When you think of the all great synth flourishes that have occurred throughout the history of modern cinema, the sight of Gene Davis stalking the rooftops of Los Angeles in 10 to Midnight and Joe Spinell lurking in the dark alleyways of New York City in Maniac are the two that immediately spring to mind. And it's no wonder, both films feature what I consider to be two of the most finely crafted synth flourishes ever created by human hands. Well, I think they're ready for some company, as the synthy goodness that accompanies Jim Van Bebber, the writer, director, special makeup effects artist, editor, stunt coordinator, and star of Deadbeat at Dawn, as he plays around with his nunchucks in a Dayton, Ohio cemetery is definitely a worthy addition to the pantheon of great synth flourishes. Wait a minute. Let me get this straight. You're putting the synth flourish that occurs in a Dayton graveyard on the list of great cinematic synth flourishes, a list that includes synth flourishes that transpire in films that take place in Los Angeles and New York City, is that what you're telling me? It looks that way. It would seem that everything Les Nessman, news director of WKRP, has said about Dayton over the years has been false. Apparently, and I was shocked to hear this just as much as you are, Dayton is not a place for a faint of heart. It just goes to show that you shouldn't believe everything an accident prone, fictional newsman has to say about cities in Ohio. Just ask, well, just about everyone who appears in this film, and they will tell you, living in the Day-to-the-T.O.N. isn't all it's cracked up to be.
Rife with gangs, destitution, despair, and in desperate need of a fresh coat of paint, the Dayton depicted in Deadbeat at Dawn is a desolate, Dickensian dishrag, one that's been soaking in a giant vat of socioeconomic distress for ten days straight. In other words, no, actually those words, despite the mild alliteration abuse, are a pretty accurate when it comes to describing the Dayton that appears in this flick.
A singular vision, in that, it comes from the mind of just one man, Deadbeat at Dawn makes The Warriors look like an after school special. Again, I've never seen an actual after school special. But trusted sources tell me that, in this particular case, the idiom is quite apt. Anyway, why is it apt, you say? All right. I'll tell you why: The film is violent, gritty, no-nonsense cinema at its most visceral. And I feel I should emphasize the word "gritty," as the film is probably the grittiest thing I've seen in years.
After leaving a meeting with a fellow psychic, Christy (Megan Murphy)–a woman who is so proud of her mouth-watering thighs, she has torn her jeans in a manner that accentuates their scrumptiousness–is confronted on the street by Danny (Paul Harper), a mask enthusiast/lowlife who leads a gang of scumbags called The Spyders. Luckily for Christy, a cop comes by just in time (from the looks it, Danny was preparing to rape her before the cop came along). Unable to get his rape on. Hold up, "rape on"?!? What? No good? That's a horrible expression. Okay, uh. I got it. Unable to set in motion the loathsome events he had envisioned, Danny decides to have rough sex with his girlfriend instead.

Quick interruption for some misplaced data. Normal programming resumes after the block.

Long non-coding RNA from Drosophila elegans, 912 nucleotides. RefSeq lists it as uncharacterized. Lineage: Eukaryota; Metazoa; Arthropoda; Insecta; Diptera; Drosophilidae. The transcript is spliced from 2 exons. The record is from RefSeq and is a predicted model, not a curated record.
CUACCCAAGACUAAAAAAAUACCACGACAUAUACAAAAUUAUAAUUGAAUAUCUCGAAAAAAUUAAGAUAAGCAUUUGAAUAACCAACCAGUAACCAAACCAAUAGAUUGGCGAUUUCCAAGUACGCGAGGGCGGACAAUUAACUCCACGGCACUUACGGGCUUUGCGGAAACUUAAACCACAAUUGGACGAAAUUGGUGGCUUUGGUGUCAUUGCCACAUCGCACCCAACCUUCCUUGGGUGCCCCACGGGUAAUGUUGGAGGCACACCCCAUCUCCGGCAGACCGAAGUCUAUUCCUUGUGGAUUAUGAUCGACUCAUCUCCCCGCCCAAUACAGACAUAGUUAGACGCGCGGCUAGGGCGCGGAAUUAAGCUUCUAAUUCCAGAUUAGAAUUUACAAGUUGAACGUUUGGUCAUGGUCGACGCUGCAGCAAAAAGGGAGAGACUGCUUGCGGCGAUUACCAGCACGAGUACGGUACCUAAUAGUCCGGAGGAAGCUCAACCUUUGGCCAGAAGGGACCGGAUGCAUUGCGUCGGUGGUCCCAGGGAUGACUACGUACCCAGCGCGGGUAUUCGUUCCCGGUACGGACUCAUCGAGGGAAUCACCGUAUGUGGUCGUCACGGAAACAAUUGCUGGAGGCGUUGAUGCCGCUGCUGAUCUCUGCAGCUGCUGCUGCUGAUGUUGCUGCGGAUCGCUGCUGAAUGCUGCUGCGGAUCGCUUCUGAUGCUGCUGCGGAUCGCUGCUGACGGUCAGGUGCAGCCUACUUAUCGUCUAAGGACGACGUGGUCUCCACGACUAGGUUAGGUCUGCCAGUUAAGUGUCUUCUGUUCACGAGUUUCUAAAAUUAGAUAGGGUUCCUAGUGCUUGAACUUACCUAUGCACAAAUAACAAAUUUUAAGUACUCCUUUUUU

I wonder if that's the main reason Goose (Jim Van Bebber), the leader of The Ravens, and Danny, who, like I said, leads The Spyders, don't get along so well. Yeah, I like that. Danny is jealous of Goose for having a sexy, cool, psychic girlfriend. I noticed you threw the word "cool" in there. Why not? I mean, how else would you describe a girlfriend who dutifully attends your rumbles? Did you see any other girlfriends at the cemetery rumble that kicks off Deadbeat at Dawn? No. But maybe all the other guys are gay. I guess. Either way, The Ravens and The Spyders face off with one another in a local cemetery.
At first, both their leaders confront each other with guns; Goose is carrying a rifle, while Danny is wielding a pistol. In order to keep their fight on the down-low, they decide to use knives instead. A brutal knife fight ensues, with both Goose and Danny getting cut up pretty bad. However, I'd say Goose was the one who came out on top.
Standing over his vanquished foe, Goose tells Danny, "fuck your noise." As he's saying that, a Spyder pulls a gun on Goose. Don't worry, though, Goose blows his hand off with a tiny pistol he had hidden in his jacket.
Proving that she's an even cooler girlfriend than I had previously imagined, Christy tends to Goose's wounds. That being said, after he's recovered, Christy starts to put pressure on Goose to leave The Ravens (not cool, Christy, not cool). Trying to make him wear this weird-looking cross necklace (a Wiccan cross, maybe?), Christy, who seems to be wearing a red sleeved blanket, seems extra determined to extricate Goose from the gang lifestyle. As expected, Goose resists her attempts to change him, and he refuses to wear the cross.